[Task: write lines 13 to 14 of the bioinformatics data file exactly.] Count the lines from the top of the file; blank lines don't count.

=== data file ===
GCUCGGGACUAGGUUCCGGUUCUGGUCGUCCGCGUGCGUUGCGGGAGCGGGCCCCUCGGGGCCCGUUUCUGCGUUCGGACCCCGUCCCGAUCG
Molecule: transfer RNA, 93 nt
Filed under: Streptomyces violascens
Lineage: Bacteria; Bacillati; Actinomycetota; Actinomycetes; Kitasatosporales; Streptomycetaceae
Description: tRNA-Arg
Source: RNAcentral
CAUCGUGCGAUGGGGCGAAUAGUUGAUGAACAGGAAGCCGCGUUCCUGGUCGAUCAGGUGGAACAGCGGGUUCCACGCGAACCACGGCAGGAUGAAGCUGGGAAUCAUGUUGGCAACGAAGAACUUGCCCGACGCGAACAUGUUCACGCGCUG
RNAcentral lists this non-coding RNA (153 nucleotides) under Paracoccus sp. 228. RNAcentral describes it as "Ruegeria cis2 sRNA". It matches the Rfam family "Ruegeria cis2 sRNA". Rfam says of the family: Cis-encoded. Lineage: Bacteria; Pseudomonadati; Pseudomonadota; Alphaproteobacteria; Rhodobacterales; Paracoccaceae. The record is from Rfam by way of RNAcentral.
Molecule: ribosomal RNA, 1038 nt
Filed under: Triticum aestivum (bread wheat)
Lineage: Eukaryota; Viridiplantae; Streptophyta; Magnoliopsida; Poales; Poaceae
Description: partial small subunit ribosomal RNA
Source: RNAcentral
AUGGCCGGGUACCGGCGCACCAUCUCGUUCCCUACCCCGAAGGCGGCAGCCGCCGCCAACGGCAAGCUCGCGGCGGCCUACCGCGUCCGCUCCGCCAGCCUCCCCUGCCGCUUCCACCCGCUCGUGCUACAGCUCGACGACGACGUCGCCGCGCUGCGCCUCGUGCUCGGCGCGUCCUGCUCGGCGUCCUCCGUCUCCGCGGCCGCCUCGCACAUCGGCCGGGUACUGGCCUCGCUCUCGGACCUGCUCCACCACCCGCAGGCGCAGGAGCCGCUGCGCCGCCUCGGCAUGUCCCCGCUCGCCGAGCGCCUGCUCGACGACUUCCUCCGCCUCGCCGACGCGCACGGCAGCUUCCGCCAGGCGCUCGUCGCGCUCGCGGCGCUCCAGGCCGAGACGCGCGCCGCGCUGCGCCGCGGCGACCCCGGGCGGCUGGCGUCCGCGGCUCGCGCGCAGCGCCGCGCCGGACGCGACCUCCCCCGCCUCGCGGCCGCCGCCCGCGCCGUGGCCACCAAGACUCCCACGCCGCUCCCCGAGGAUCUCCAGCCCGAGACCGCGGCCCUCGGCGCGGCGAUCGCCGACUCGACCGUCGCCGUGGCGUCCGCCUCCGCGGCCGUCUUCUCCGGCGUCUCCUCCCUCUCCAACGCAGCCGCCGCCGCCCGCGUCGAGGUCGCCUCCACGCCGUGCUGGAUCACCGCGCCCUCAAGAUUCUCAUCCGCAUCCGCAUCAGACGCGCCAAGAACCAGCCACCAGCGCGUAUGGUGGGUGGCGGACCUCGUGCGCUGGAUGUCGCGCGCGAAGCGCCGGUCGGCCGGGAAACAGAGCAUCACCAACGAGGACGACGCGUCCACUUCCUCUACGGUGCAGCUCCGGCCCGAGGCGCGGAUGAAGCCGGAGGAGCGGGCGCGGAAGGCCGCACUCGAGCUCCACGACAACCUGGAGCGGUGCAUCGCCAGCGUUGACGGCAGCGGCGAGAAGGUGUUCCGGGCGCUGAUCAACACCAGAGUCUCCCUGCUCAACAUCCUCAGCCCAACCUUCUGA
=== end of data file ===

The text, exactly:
Source: RNAcentral
AUGGCCGGGUACCGGCGCACCAUCUCGUUCCCUACCCCGAAGGCGGCAGCCGCCGCCAACGGCAAGCUCGCGGCGGCCUACCGCGUCCGCUCCGCCAGCCUCCCCUGCCGCUUCCACCCGCUCGUGCUACAGCUCGACGACGACGUCGCCGCGCUGCGCCUCGUGCUCGGCGCGUCCUGCUCGGCGUCCUCCGUCUCCGCGGCCGCCUCGCACAUCGGCCGGGUACUGGCCUCGCUCUCGGACCUGCUCCACCACCCGCAGGCGCAGGAGCCGCUGCGCCGCCUCGGCAUGUCCCCGCUCGCCGAGCGCCUGCUCGACGACUUCCUCCGCCUCGCCGACGCGCACGGCAGCUUCCGCCAGGCGCUCGUCGCGCUCGCGGCGCUCCAGGCCGAGACGCGCGCCGCGCUGCGCCGCGGCGACCCCGGGCGGCUGGCGUCCGCGGCUCGCGCGCAGCGCCGCGCCGGACGCGACCUCCCCCGCCUCGCGGCCGCCGCCCGCGCCGUGGCCACCAAGACUCCCACGCCGCUCCCCGAGGAUCUCCAGCCCGAGACCGCGGCCCUCGGCGCGGCGAUCGCCGACUCGACCGUCGCCGUGGCGUCCGCCUCCGCGGCCGUCUUCUCCGGCGUCUCCUCCCUCUCCAACGCAGCCGCCGCCGCCCGCGUCGAGGUCGCCUCCACGCCGUGCUGGAUCACCGCGCCCUCAAGAUUCUCAUCCGCAUCCGCAUCAGACGCGCCAAGAACCAGCCACCAGCGCGUAUGGUGGGUGGCGGACCUCGUGCGCUGGAUGUCGCGCGCGAAGCGCCGGUCGGCCGGGAAACAGAGCAUCACCAACGAGGACGACGCGUCCACUUCCUCUACGGUGCAGCUCCGGCCCGAGGCGCGGAUGAAGCCGGAGGAGCGGGCGCGGAAGGCCGCACUCGAGCUCCACGACAACCUGGAGCGGUGCAUCGCCAGCGUUGACGGCAGCGGCGAGAAGGUGUUCCGGGCGCUGAUCAACACCAGAGUCUCCCUGCUCAACAUCCUCAGCCCAACCUUCUGA